By Andrea Smith
Red Crow Community College will host a brand new Master of Arts in Education program this summer.
The program is called Poo’miikapii: Niitsitapii Approaches to Wellness. Niitsitapii is the traditional word for Blackfoot. It translates to “a person of truth” and the program will share traditional Blackfoot perspectives on health and wellness.
Dr. Karlee Fellner, a University of Calgary professor in Counselling Psychology, created the program, along with a team of Blackfoot Elders.
“The way it works is if the students do all four courses, they get a master’s certificate. If you do two four-course topics, they give you a Master’s diploma. And then you can do a thesis and get a full Master’s. So it can be part of a Master’s program, or you can just do this course topic,” said Fellner, who is excited to see the first round of the program launch in July.
She is hoping it will run again and expand into other First Nations territories thereafter.
“A bachelor’s degree is a technical requirement for the program, but students who don’t have any undergraduate education can apply and make a case based on work experience,” she added.
Fellner is Métis, with Cree heritage in her background. She chose to help create a course based on Blackfoot culture because she is currently working in Blackfoot territory. And by chance, after coming up with the idea for the program, she approached just the right person to make everything fall into place.
“I approached Roy Weasel Fat because I knew he was an Elder of the Blood Tribe… He was immediately interested and said this could really benefit our community … I had no idea he was the president of Red Crow at the time,” she said.
Since then, Weasel Fat, and Elders Andy Blackwater, Dr. Betty Bastien, Pete Standing Alone, Bruce Wolf Child, Sophie Tail Feathers, Evelyn Striped Wolf, and Calvin Williams, have been helping Fellner along in the process.
She gives them most of the credit for creating the program, because they’ve been the main advisors on exactly what traditional knowledge should be shared through it.
Fellner insists her own role has been more of a go-between for the Elders and the University of Calgary, creating a bridge between tradition and academics.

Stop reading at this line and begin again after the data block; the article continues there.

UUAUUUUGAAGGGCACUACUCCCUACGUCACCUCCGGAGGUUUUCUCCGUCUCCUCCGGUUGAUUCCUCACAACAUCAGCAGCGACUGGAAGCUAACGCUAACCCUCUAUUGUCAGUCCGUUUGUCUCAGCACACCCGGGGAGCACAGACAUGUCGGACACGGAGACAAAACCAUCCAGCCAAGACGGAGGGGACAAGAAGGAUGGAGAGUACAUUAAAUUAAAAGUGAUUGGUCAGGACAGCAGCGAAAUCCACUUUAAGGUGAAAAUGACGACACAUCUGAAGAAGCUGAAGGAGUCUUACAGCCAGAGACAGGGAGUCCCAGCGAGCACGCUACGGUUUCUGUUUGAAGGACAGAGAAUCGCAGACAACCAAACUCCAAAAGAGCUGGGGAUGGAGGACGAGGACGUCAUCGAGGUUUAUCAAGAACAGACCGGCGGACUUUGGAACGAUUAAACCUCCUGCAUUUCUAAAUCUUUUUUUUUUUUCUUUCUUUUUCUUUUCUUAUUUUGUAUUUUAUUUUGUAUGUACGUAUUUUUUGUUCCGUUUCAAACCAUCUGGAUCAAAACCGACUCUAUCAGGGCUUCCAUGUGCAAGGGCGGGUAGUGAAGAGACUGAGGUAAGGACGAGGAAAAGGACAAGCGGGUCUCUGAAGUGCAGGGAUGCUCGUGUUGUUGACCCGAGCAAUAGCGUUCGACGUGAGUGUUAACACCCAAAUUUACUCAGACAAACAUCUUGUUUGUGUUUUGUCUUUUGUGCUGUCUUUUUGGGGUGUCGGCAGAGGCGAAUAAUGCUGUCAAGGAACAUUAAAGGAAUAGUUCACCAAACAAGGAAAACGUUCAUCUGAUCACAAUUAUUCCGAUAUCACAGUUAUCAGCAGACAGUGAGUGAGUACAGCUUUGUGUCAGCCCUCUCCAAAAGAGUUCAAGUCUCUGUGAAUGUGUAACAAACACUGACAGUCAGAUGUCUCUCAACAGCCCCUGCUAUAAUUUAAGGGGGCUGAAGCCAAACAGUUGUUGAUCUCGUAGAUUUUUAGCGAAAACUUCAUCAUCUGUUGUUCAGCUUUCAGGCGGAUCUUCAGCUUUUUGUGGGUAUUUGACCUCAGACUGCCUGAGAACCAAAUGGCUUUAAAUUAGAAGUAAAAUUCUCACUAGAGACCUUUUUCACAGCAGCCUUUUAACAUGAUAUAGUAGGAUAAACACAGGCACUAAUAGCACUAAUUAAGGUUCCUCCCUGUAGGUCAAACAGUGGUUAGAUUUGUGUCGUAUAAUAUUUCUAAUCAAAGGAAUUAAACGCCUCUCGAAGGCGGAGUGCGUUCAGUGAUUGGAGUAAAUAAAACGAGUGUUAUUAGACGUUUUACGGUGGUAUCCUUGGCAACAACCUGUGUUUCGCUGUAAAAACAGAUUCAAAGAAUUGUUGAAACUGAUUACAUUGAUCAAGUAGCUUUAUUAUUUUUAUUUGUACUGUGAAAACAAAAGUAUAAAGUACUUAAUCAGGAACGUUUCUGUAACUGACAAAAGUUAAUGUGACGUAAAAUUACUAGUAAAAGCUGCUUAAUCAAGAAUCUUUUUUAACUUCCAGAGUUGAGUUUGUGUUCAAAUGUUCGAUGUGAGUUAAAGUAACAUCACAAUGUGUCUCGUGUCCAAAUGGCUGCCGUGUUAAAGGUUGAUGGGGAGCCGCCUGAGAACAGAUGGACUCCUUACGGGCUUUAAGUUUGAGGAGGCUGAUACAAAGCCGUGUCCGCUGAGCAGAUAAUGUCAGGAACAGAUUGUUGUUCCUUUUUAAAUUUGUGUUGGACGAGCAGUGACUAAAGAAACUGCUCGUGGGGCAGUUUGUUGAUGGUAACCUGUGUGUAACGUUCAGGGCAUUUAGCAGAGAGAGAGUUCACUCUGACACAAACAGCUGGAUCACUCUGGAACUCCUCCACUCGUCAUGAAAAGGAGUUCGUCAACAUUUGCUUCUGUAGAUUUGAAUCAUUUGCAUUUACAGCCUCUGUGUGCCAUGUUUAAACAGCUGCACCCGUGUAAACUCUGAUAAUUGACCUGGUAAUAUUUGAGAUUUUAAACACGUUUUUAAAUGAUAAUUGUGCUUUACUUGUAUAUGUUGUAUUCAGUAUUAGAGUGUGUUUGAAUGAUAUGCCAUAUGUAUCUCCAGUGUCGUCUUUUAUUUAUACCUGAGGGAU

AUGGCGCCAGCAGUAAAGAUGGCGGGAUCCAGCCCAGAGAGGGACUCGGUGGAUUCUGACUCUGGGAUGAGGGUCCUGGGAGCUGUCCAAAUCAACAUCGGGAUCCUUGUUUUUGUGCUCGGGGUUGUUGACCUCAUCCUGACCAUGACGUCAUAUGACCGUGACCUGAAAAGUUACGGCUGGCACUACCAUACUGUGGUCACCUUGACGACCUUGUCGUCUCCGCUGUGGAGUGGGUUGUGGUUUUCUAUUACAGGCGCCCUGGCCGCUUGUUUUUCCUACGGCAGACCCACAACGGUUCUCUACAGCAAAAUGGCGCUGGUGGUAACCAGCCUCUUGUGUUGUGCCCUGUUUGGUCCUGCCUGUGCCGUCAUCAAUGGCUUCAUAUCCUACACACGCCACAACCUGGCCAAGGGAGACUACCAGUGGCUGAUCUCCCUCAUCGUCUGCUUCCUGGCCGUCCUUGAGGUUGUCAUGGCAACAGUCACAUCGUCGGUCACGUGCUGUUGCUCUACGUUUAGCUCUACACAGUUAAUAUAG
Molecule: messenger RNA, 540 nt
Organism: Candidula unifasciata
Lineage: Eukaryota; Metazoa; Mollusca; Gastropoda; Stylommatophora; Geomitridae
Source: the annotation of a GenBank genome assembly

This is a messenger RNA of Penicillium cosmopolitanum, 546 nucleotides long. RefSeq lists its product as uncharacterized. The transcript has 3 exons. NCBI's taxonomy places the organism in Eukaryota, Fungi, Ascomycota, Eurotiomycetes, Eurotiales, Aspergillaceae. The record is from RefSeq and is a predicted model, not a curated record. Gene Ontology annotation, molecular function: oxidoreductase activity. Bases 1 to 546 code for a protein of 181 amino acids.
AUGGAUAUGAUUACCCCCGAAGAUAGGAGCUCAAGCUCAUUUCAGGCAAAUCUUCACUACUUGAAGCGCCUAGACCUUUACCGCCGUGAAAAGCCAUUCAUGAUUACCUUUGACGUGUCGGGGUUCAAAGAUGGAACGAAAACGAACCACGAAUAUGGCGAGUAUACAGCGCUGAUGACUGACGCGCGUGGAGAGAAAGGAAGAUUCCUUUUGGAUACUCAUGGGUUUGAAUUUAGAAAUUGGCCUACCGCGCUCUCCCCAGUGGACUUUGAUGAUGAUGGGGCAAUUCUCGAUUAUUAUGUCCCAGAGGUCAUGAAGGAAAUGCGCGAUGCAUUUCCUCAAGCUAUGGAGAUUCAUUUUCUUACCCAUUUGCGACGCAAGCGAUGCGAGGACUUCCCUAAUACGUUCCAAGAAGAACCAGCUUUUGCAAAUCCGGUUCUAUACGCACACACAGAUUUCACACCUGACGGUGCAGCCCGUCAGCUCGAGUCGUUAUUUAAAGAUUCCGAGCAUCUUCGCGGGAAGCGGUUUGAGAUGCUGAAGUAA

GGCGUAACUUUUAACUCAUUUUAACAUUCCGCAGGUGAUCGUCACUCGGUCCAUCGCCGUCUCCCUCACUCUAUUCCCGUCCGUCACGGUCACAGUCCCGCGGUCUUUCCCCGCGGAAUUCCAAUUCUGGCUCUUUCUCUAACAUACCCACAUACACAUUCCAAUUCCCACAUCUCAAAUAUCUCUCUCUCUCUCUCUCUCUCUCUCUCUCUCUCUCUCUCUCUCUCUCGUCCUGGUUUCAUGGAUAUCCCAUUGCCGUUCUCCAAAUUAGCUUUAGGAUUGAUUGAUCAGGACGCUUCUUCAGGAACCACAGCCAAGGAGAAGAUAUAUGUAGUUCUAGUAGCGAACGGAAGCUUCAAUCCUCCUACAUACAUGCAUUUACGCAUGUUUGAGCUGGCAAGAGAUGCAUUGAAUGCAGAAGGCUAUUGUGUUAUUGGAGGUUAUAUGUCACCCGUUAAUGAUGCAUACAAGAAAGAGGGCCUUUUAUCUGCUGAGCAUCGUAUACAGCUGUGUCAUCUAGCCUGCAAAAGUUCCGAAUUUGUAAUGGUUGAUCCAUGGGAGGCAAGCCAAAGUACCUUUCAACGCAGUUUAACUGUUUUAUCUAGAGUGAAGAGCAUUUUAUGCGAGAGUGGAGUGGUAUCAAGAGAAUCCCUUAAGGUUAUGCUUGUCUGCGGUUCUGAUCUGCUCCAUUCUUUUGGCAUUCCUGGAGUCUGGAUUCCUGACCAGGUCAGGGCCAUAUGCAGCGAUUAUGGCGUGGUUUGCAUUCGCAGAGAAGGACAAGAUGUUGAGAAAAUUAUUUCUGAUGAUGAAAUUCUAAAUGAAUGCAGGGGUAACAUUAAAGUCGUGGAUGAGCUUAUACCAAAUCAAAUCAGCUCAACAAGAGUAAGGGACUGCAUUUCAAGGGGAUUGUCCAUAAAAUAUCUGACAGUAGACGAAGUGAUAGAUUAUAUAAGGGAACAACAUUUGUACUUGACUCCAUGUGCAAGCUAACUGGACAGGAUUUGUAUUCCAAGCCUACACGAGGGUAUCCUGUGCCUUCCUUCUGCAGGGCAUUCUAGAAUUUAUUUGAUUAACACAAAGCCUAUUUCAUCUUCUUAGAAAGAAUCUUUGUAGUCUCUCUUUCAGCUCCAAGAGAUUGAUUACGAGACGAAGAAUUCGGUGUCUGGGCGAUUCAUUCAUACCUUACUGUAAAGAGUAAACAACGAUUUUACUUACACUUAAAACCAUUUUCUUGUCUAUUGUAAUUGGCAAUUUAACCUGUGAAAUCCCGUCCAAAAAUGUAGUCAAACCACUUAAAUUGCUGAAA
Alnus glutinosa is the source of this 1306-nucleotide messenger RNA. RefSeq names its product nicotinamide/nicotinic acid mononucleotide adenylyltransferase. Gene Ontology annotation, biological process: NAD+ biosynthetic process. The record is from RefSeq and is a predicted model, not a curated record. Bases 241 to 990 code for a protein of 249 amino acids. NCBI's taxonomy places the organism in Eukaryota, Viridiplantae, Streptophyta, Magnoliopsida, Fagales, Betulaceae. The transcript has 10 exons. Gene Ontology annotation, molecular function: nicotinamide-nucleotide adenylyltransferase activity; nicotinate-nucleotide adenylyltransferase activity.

“It was really important to me that this program be centered in their community. I asked them stuff like who they wanted the students to be… While they said they wanted many of their own people, they also wanted the program to be open to students from outside their community, including non-Indigenous students,” said Fellner.
“Andy Black Water said ‘I feel it needs to be opened to everyone because they’ve shared enough of their culture with us, it’s time for us to share our culture with them,’” she said.
According to Fellner, the program is designed to meet some of the Truth and Reconciliation Commission’s Calls to Action put forward by the Truth and Reconciliation Commission. She believes it specifically addresses the following three:
- #22) Recognizing the value of Indigenous healing practices and implementing them in collaboration with Elders and healers;
- #23) Increasing Indigenous health professionals and providing cultural competency training for professionals working with Indigenous peoples; and
- #24) Providing an Indigenous health course in a post-secondary health program.
And because the ultimate goal for the program is to aid health service providers in creating their own community-based programs, it also pushes forward the agenda of Call to Action #21) The call for the creation of Indigenous healing centers that address the spiritual, mental, emotional, and physical harms related to colonization.
Dr. Betty Bastien has been a professor in Social Work at the University of Calgary, as well as the University of Lethbridge, and has worked on a variety of community projects in this subject area. She will co-instruct the four courses with Fellner, acting as the lead instructor.
Bastien uses a special term to refer to First Nations Elders. She calls them “aawaahskataiksi,” which means “eminent scholars,” because she believes this describes their role as knowledge carriers more accurately. She is happy to see this knowledge—and the traditions that are part of that knowledge —becoming part of newer education streams like the Poo’miikapii program.
“We’ve been totally dependent on western knowledge and skills and it hasn’t really proven to be successful. In fact, it’s part of the colonization,” she said, adding that in the past 20 years she’s noticed a resurgence of Indigenous systems of knowledge.
“Through this brief history, we’ve come to understand that Indigenous knowledge is the most applicable for Indigenous peoples in terms of sustainability in their communities,” she said.
More information is available through the Werklund School of Education University of Calgary webpage: https://werklund.ucalgary.ca/gpe/poomiikapii-niitsitapii-approaches-to-wellness